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Do Soccer Associations Really Spend on a Good Thing? Empirical Evidence on Heterogeneity in the Consumer Response to Match Uncertainty of Outcome

  • Men-Andri Benz
  • Leif Brandes
  • Egon Franck

    ()

    (Institute for Strategy and Business Economics, University of Zurich
    Institute for Strategy and Business Economics, University of Zurich
    Institute for Strategy and Business Economics, University of Zurich)

The purpose of this study is to analyze whether previous results describing the effect of uncertainty of outcome on match attendance in team sports have been driven by heterogeneity in fan demand. We apply censored quantile regression methods and place particular emphasis on the relationship between match uncertainty and attendance demand, as previous results are highly ambiguous. This is the more surprising as each season association and league officials continue to spend millions on enhancing this uncertainty. We also control for season ticket holders, who are unlikely to be influenced by match specificities. Based on data from German soccer, our results indicate that fan demand shows heterogeneity across quantiles and that increasing match uncertainty of outcome exclusively benefits teams who already face strong attendance demand.

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Paper provided by University of Zurich, Institute for Strategy and Business Economics (ISU) in its series Working Papers with number 0048.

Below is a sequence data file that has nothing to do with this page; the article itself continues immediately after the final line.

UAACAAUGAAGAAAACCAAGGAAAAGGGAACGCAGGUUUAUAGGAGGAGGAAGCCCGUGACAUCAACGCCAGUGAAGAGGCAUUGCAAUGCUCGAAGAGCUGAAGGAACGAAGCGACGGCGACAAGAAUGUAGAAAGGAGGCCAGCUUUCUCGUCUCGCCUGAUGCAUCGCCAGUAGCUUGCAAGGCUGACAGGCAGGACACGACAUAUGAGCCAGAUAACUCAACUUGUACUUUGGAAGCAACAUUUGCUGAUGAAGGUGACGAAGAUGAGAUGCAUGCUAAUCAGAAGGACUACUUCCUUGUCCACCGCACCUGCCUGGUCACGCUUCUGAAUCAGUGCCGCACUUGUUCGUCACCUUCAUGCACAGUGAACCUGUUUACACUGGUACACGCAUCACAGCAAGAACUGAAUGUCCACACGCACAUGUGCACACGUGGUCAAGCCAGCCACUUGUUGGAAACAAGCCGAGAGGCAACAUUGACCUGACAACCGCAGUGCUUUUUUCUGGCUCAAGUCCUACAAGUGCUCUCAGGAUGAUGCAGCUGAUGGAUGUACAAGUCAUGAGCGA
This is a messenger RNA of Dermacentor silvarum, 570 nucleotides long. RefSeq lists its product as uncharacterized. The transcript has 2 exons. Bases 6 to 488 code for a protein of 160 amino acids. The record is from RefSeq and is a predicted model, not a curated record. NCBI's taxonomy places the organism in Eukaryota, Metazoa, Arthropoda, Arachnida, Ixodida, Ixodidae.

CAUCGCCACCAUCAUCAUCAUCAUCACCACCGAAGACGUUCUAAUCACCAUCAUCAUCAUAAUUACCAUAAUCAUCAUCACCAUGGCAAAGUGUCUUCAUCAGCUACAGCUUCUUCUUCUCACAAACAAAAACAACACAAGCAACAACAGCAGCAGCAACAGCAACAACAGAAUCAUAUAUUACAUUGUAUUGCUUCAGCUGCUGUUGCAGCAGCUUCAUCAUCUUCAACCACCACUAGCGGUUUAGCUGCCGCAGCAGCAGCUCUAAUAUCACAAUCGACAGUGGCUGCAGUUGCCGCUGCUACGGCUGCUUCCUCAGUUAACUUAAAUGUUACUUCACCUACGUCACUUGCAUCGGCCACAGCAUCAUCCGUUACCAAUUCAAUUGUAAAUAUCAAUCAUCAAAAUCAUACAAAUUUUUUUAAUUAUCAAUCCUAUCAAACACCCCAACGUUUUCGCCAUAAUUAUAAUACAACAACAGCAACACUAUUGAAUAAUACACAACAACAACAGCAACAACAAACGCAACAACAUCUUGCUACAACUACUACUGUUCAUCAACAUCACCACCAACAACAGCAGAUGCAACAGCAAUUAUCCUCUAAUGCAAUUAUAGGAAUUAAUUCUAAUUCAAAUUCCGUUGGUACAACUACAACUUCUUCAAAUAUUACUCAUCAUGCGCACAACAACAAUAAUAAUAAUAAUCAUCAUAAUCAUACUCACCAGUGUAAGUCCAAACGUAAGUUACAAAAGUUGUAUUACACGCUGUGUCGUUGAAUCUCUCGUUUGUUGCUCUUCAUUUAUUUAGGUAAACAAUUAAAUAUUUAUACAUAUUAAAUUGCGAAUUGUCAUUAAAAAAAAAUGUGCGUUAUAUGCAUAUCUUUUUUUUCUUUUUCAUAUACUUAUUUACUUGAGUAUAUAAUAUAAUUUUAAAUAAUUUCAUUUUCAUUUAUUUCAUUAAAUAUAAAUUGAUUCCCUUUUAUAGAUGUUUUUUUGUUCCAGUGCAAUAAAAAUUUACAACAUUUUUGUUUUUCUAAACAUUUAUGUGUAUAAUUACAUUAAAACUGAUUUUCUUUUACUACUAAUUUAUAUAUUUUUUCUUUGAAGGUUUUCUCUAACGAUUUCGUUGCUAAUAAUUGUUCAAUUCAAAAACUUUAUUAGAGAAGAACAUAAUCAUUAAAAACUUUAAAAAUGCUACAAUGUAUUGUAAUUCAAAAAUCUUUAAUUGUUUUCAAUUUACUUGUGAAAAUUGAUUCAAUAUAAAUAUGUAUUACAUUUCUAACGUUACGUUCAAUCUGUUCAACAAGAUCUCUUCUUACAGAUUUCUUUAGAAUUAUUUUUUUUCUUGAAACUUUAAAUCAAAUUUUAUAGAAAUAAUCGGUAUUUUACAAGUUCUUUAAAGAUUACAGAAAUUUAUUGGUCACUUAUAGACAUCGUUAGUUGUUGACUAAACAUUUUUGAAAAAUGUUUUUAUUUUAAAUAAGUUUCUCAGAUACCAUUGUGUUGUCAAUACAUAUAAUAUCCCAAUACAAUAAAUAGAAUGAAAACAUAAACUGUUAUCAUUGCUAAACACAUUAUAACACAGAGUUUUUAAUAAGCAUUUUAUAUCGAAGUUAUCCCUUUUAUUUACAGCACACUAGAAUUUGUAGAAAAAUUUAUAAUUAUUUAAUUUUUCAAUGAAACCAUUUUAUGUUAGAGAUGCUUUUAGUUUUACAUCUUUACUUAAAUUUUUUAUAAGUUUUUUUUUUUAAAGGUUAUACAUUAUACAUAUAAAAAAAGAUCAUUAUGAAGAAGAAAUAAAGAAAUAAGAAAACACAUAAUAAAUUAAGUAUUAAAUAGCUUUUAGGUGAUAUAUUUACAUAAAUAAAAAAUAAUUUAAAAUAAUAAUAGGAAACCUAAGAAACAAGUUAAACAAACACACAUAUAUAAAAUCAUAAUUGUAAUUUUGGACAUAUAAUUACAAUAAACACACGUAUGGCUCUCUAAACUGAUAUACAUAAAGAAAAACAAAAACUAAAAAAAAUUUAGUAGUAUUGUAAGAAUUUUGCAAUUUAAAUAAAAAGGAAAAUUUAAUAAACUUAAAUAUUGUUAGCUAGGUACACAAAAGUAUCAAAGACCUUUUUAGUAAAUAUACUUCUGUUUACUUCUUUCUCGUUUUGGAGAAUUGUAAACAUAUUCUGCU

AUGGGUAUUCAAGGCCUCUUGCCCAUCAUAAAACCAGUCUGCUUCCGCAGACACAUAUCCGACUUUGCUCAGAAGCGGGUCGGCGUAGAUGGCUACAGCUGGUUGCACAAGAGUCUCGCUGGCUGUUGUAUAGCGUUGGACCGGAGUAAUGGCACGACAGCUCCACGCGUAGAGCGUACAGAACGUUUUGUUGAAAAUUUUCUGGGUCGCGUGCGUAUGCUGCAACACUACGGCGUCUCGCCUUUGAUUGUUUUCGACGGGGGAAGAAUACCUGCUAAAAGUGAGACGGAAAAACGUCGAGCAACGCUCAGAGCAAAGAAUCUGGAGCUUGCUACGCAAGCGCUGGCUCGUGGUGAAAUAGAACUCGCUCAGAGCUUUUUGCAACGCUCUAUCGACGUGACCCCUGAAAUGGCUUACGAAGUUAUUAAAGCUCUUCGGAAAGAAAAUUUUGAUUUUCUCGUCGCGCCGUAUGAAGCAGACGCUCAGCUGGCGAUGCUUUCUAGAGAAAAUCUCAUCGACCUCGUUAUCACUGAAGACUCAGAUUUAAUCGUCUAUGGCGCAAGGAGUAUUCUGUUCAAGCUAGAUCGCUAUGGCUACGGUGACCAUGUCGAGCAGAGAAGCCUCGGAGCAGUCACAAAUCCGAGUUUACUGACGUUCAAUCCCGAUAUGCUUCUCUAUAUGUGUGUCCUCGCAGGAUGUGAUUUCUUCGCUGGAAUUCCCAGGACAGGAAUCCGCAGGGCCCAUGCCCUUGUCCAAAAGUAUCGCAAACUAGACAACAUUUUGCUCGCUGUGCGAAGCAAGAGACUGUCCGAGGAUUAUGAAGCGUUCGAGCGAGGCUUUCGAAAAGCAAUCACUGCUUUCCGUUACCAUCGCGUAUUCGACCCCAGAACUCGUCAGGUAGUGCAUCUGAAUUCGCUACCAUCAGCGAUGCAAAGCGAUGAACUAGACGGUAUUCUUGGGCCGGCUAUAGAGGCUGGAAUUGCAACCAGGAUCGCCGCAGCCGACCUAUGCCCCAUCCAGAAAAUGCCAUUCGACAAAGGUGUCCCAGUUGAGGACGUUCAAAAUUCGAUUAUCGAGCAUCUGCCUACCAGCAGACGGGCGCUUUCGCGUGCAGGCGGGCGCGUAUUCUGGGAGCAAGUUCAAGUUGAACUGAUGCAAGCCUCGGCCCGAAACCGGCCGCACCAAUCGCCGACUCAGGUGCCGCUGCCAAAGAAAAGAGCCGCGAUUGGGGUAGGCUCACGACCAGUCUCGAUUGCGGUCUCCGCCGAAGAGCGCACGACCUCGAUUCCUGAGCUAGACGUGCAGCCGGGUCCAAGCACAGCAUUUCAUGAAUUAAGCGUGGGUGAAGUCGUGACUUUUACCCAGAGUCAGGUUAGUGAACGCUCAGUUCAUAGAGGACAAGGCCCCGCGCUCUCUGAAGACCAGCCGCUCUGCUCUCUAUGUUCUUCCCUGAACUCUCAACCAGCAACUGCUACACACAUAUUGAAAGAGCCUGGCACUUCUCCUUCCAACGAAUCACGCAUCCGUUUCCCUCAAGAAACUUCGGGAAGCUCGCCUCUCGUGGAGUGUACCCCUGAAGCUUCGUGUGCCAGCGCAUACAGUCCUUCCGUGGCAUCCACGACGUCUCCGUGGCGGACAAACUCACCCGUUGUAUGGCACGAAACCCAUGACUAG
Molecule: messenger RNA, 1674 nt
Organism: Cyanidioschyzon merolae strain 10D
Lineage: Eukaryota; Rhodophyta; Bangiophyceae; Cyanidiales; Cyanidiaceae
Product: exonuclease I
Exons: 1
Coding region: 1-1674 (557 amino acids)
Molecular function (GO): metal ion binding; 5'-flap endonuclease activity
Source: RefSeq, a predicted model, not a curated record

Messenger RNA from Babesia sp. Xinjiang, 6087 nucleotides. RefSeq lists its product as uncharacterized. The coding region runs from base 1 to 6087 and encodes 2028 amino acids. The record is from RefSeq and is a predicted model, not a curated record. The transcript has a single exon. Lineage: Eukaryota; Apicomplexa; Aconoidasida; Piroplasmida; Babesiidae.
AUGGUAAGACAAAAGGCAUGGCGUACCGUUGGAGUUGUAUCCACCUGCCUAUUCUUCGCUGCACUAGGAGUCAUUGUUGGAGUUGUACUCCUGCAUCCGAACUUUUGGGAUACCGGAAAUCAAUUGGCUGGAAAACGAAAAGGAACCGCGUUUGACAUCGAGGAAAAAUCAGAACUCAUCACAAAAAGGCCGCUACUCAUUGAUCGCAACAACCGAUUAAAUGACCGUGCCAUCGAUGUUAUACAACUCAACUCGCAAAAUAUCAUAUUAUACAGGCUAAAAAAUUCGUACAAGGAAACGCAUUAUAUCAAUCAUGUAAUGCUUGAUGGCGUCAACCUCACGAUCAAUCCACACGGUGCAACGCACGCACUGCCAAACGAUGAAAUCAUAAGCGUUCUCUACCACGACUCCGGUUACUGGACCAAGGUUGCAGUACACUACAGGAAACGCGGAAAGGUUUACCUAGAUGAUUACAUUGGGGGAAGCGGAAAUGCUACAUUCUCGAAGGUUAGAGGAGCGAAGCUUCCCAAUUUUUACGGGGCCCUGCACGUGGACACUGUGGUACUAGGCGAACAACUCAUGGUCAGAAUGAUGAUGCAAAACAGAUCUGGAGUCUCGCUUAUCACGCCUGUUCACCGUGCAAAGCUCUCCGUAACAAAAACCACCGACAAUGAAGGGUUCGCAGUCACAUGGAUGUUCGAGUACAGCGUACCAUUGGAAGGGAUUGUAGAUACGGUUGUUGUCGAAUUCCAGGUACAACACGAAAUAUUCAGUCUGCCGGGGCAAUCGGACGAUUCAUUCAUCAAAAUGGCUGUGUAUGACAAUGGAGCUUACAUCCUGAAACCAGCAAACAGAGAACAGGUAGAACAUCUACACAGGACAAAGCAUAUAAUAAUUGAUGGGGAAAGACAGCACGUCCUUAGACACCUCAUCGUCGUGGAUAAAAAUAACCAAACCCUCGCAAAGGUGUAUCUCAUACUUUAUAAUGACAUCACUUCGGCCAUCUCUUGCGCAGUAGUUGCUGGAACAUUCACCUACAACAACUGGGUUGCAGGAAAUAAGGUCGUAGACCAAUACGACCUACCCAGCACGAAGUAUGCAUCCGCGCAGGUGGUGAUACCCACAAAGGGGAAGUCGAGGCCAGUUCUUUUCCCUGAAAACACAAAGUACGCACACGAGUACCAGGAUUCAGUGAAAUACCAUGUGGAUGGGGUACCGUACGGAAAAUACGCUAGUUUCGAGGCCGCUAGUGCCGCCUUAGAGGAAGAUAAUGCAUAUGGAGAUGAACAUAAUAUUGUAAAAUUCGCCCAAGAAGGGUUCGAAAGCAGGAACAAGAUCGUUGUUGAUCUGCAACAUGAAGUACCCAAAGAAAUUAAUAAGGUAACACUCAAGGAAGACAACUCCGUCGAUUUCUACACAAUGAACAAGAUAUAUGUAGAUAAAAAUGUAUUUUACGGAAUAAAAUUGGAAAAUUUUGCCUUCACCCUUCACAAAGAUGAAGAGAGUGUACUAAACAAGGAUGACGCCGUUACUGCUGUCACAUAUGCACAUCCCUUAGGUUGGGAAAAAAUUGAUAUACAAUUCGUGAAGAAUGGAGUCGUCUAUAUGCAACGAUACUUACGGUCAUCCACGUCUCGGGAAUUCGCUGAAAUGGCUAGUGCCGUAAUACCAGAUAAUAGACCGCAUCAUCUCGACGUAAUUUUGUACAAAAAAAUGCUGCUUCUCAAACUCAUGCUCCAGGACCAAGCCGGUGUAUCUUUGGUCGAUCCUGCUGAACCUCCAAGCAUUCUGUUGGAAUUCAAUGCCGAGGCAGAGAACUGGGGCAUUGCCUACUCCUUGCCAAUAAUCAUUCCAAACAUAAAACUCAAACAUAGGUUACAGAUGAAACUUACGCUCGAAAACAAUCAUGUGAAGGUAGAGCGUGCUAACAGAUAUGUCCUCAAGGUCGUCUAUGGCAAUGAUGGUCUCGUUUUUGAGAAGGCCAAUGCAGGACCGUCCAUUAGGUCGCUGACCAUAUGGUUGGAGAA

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Length: 35 pages
Date of creation: 2006
Date of revision: 2008
Publication status: forthcoming in: Contemporary Economic Policy
Handle: RePEc:iso:wpaper:0048
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  1. repec:lan:wpaper:3698 is not listed on IDEAS
  2. Peel, David A & Thomas, Dennis A, 1992. "The Demand for Football: Some Evidence on Outcome Uncertainty," Empirical Economics, Springer, vol. 17(2), pages 323-31.
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  7. Koenker, Roger W & Bassett, Gilbert, Jr, 1978. "Regression Quantiles," Econometrica, Econometric Society, vol. 46(1), pages 33-50, January.
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  9. Michael Hynds & Ian Smith, 1994. "The demand for test match cricket," Applied Economics Letters, Taylor & Francis Journals, vol. 1(7), pages 103-106.
  10. David Peel & Dennis Thomas, 1996. "Attendance demand: an investigation of repeat fixtures," Applied Economics Letters, Taylor & Francis Journals, vol. 3(6), pages 391-394.
  11. Daniel, Rascher, 1999. "A Test of the Optimal Positive Production Network Externality in Major League Baseball," MPRA Paper 25832, University Library of Munich, Germany.
  12. B Buraimo & R Simmons, 2006. "Market size and attendance in English Premier League football," Working Papers 574562, Lancaster University Management School, Economics Department.
  13. McDonald, Mark & Rascher, Daniel, 2000. "Does Bat Day Make Cents? The Effect of Promotions on the Demand for Major League Baseball," MPRA Paper 25739, University Library of Munich, Germany.
  14. Jeffery Borland, 2003. "Demand for Sport," Oxford Review of Economic Policy, Oxford University Press, vol. 19(4), pages 478-502, Winter.
  15. David Peel & Dennis Thomas, 1997. "Handicaps, outcome uncertainty and attendance demand," Applied Economics Letters, Taylor & Francis Journals, vol. 4(9), pages 567-570.
  16. Jones, J C H & Ferguson, D G, 1988. "Location and Survival in the National Hockey League," Journal of Industrial Economics, Wiley Blackwell, vol. 36(4), pages 443-57, June.
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